Words of Wisdom for
Leadership, Learning, and Life in
Exactly 99 Words

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99-Word Stories by ,
Creative Learning Director of
The Flirefly Group.
© 2013 Brian Remer
Updated May 2013

Read my new book
Say It Quick!

99's on the 9th

Ideas based on 99-Word Stories that
come to you on the 9th of every month.

May 2013

Read this story aloud or make copies for your group or team members.

The Accidental Leader
Through the corridor, down the stairs, around the corner, and into the copy room, all the way I was just a few paces behind Nancy. The coincidental similarity of our travels through the office caused her to tease, "Are you following me?"

"No," I quipped. "Are you leading me?" We laughed together but it made me think. If people have the same goal and objectives, there is really very little difference between leading and following. The distinctions, the status, the recognition, the responsibility all blur as we all work together.

We can play both roles simultaneously.


You can build upon the theme of this 99-Word Story by using some of the following questions for your own reflection or to spark a discussion within your team or organization.


There are many ways to understand this story as the discussion questions suggest. If you or your group would like to compare or contrast your interpretation with an outside viewpoint, consider this analysis.

Are leaders born or made? More importantly, how are leaders chosen in your organization or team?

Some people rise to a leadership position through outstanding performance. Their skills at design, sales, or finance are recognized and they receive a promotion. Some become leaders through persistence. They demonstrate consistent leadership skills over time and finally receive the title and authority. Others become leaders because they responded to a crisis providing direction and decisiveness. Still other leaders took on their role reluctantly. Responsibilities were thrust upon them when other leaders departed. They lead because no one else would take the job.

There are instances where one person actively seeks a leadership role while another spends just as much energy avoiding that role. In either case, both the wannabes and the not-wannabes may be pursuing the wrong course. The result has negative consequences for the team.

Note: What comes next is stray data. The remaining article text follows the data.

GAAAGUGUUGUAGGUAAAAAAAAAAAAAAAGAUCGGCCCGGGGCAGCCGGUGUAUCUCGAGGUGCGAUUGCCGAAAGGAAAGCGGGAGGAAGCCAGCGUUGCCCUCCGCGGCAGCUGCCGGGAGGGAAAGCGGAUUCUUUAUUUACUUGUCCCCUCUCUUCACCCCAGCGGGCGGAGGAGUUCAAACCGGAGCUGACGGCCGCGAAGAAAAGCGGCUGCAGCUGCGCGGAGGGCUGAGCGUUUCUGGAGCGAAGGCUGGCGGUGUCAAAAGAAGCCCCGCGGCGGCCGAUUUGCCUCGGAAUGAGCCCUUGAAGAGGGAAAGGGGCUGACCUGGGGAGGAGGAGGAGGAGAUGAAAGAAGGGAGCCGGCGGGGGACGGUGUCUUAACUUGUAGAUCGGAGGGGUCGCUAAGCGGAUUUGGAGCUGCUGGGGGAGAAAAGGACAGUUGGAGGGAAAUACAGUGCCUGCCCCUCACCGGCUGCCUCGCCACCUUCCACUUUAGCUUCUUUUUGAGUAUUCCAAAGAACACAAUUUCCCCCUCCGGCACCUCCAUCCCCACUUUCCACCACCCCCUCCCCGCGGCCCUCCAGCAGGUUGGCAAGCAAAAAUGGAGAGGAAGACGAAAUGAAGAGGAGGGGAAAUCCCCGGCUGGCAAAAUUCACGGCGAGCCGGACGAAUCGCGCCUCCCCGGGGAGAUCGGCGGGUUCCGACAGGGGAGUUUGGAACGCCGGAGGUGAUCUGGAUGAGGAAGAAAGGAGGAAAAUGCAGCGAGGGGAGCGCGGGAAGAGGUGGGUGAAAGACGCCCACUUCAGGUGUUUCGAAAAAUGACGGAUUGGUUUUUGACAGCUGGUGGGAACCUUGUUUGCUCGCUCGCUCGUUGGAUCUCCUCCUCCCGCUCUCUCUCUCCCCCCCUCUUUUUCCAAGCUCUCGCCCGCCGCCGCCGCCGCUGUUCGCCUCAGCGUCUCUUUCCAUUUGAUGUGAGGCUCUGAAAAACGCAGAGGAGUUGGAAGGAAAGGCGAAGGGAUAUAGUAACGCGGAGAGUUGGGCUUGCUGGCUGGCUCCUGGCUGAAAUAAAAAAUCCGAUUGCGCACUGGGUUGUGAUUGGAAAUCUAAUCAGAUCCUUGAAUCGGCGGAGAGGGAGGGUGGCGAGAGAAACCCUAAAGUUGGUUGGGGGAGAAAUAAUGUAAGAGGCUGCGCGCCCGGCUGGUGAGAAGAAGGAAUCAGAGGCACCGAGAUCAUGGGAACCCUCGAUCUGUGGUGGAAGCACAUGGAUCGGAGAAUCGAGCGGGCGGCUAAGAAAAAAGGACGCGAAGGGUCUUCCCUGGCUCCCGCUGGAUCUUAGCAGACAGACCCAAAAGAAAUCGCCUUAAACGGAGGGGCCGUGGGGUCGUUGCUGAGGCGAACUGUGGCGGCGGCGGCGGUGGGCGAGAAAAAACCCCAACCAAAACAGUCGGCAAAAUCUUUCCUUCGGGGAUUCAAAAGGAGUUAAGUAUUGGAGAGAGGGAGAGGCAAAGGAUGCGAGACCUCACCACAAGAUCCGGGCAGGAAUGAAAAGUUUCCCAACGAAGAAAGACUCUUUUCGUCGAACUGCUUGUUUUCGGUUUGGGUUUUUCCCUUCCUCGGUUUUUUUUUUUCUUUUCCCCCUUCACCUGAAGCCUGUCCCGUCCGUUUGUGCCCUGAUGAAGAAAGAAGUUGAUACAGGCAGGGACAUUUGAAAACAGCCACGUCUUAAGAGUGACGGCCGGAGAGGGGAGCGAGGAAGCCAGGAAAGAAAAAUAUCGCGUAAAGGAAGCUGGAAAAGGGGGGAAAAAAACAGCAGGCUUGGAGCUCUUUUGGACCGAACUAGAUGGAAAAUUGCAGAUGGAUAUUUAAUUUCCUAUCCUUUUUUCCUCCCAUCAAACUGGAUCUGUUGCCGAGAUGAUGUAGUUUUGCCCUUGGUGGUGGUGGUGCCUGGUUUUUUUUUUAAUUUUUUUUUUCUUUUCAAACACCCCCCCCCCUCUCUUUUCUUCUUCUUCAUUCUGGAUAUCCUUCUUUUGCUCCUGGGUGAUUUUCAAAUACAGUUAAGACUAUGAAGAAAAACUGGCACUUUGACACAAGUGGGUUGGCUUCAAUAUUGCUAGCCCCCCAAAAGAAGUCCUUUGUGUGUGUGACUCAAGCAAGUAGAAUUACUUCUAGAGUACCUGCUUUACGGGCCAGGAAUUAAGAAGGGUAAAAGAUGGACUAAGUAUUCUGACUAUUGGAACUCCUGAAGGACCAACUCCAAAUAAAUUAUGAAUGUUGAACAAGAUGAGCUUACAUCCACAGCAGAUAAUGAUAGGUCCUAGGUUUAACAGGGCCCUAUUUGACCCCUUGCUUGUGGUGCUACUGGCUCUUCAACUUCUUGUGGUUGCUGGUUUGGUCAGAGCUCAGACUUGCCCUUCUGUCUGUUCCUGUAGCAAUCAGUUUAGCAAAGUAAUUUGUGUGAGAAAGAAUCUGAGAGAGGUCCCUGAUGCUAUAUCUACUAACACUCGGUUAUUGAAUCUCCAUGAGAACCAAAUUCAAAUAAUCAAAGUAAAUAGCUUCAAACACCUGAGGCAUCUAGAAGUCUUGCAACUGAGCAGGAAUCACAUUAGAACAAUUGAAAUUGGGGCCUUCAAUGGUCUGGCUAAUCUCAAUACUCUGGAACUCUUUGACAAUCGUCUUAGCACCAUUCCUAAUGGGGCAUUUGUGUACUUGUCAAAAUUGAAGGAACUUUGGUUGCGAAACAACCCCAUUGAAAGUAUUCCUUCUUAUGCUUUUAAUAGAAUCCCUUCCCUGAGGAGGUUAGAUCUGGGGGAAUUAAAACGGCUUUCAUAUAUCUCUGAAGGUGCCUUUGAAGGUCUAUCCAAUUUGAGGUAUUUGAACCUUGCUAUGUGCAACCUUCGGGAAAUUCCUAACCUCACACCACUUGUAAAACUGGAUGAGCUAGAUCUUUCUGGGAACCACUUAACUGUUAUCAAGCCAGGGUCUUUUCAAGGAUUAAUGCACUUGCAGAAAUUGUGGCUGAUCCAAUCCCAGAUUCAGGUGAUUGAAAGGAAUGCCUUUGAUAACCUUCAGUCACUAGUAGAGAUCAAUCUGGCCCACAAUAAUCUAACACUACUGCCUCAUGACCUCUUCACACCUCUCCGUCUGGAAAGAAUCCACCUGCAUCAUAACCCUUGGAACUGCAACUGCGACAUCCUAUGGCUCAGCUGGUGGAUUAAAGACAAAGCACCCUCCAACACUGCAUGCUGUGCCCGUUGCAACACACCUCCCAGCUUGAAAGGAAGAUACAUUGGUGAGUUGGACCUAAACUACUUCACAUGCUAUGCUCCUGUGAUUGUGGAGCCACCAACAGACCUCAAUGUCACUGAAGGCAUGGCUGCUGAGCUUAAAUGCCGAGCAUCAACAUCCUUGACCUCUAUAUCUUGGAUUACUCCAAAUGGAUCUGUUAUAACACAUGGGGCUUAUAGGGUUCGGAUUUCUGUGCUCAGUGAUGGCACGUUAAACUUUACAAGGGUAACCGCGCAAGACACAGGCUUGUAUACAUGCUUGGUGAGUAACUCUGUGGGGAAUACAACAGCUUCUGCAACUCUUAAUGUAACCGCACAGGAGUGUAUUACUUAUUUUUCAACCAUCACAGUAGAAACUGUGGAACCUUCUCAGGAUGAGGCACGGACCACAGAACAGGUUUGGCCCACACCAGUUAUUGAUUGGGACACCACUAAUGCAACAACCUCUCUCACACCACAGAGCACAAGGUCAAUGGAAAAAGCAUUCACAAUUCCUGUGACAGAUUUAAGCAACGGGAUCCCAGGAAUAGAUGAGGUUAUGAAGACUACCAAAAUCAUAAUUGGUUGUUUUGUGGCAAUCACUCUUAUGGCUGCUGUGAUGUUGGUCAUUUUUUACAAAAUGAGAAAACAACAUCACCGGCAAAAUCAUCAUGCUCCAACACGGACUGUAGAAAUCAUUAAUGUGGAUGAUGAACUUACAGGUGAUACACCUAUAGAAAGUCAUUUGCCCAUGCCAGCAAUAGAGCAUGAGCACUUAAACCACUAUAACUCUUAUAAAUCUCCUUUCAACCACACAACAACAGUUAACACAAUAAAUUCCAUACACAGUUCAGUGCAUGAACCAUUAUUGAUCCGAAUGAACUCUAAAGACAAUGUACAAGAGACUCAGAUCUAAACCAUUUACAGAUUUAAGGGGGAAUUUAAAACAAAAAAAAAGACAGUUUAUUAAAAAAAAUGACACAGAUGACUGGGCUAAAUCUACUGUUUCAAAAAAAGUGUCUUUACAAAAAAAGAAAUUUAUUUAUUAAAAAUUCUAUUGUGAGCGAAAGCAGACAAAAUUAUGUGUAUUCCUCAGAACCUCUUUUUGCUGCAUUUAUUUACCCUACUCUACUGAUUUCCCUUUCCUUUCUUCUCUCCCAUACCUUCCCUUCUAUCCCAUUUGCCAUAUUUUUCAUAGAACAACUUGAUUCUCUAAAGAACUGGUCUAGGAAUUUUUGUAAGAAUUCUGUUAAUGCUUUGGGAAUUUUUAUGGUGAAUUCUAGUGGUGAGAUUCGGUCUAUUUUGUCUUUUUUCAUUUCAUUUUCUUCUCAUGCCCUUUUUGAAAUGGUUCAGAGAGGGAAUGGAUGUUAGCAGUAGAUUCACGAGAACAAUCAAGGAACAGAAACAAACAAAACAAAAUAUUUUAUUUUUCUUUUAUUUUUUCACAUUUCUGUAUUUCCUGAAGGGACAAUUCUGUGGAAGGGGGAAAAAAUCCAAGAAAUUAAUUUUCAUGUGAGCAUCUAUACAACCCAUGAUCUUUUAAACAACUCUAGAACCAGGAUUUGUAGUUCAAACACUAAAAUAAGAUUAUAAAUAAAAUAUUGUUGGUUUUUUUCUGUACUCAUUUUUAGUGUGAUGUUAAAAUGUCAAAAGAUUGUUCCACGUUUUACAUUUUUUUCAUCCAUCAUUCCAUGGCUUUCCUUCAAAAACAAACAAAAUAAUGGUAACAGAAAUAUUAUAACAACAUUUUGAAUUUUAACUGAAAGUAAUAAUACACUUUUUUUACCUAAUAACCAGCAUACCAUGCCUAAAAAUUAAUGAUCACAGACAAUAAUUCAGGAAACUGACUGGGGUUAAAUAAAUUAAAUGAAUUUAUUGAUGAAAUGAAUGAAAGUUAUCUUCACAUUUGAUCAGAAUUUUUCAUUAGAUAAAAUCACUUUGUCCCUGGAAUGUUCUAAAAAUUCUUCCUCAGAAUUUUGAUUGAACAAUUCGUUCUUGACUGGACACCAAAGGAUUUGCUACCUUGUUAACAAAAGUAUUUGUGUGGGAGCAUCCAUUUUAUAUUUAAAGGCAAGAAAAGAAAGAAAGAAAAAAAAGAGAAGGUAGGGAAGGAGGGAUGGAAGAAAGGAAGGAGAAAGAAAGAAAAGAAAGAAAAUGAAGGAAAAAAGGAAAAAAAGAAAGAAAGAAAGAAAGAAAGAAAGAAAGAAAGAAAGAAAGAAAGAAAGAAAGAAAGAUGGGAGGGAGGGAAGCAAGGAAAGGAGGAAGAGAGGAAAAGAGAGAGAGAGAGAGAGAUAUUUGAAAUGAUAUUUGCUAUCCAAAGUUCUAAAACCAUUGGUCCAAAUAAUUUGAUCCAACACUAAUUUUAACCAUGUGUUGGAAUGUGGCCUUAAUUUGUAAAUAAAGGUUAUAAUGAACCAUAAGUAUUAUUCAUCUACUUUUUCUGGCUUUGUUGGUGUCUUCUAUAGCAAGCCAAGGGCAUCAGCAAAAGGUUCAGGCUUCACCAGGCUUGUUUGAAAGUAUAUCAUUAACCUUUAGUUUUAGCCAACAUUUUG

Many of us have met people in a leadership role who wear the mantle uncomfortably. They have the title and responsibility without the skill. As a result, they quickly lose credibility and respect.

Sometimes, a person who thinks of themselves as a follower may actually be a leader. Members of a team may rely upon a well-timed question or a summarizing comment from a colleague in a supporting role. This subtle influence is often discounted because it is so - subtle. In her book, Quiet, Susan Cain describes the value that introverted leaders bring to an organization. (See a review of Quiet in the February 2013 issue of the Firefly News Flash by clicking HERE.)

To summarize just one point from her book, introverts think more carefully than extroverts. Introverts pay attention to more details and they "think before they act, digest information thoroughly, stay on task longer, give up less easily, and work more accurately," Cain writes. (p. 168). This is not to say that we don't, at times, need extroverted people to help us think decisively and act quickly. But Cain maintains that, far too often, the contributions of introverts are marginalized or overwhelmed by the force of extroverts in the room.

In leadership, different situations call for different skills. Extroverted leaders have an advantage when employees are passive because they can use their social skills to connect with people and rally them around a sense of teamwork. On the other hand, introverted leaders are more effective when employees are proactive. Because they are inclined to listen rather than dominate a social situation, introverted leaders are more likely to implement the ideas of team members. This tends to motivate people and create a virtuous cycle of proactivity.

A search of Amazon will return 91,663 books about leadership. Pick one, or several, and start reading. With so many titles, you can't go wrong, especially if you choose from the best of all and fashion your own leadership style.

The 99-Word Story suggests that people don't necessarily need leaders to tell them what to do or how to do it. Instead, they need leaders to inspire a vision, set a course, provide resources, and remove barriers. Whether leaders are born, made, or chosen by accident, they have a symbiotic relationship with their team.

After all, a leader without followers is just a person roaming the halls; but a person roaming the halls may one day become the next leader.


Did you use this 99-Word Story and the discussion questions or interpretation in your work or personal life? If so, about your experience! If you would like help using 99-Word Stories in your organization, please me.

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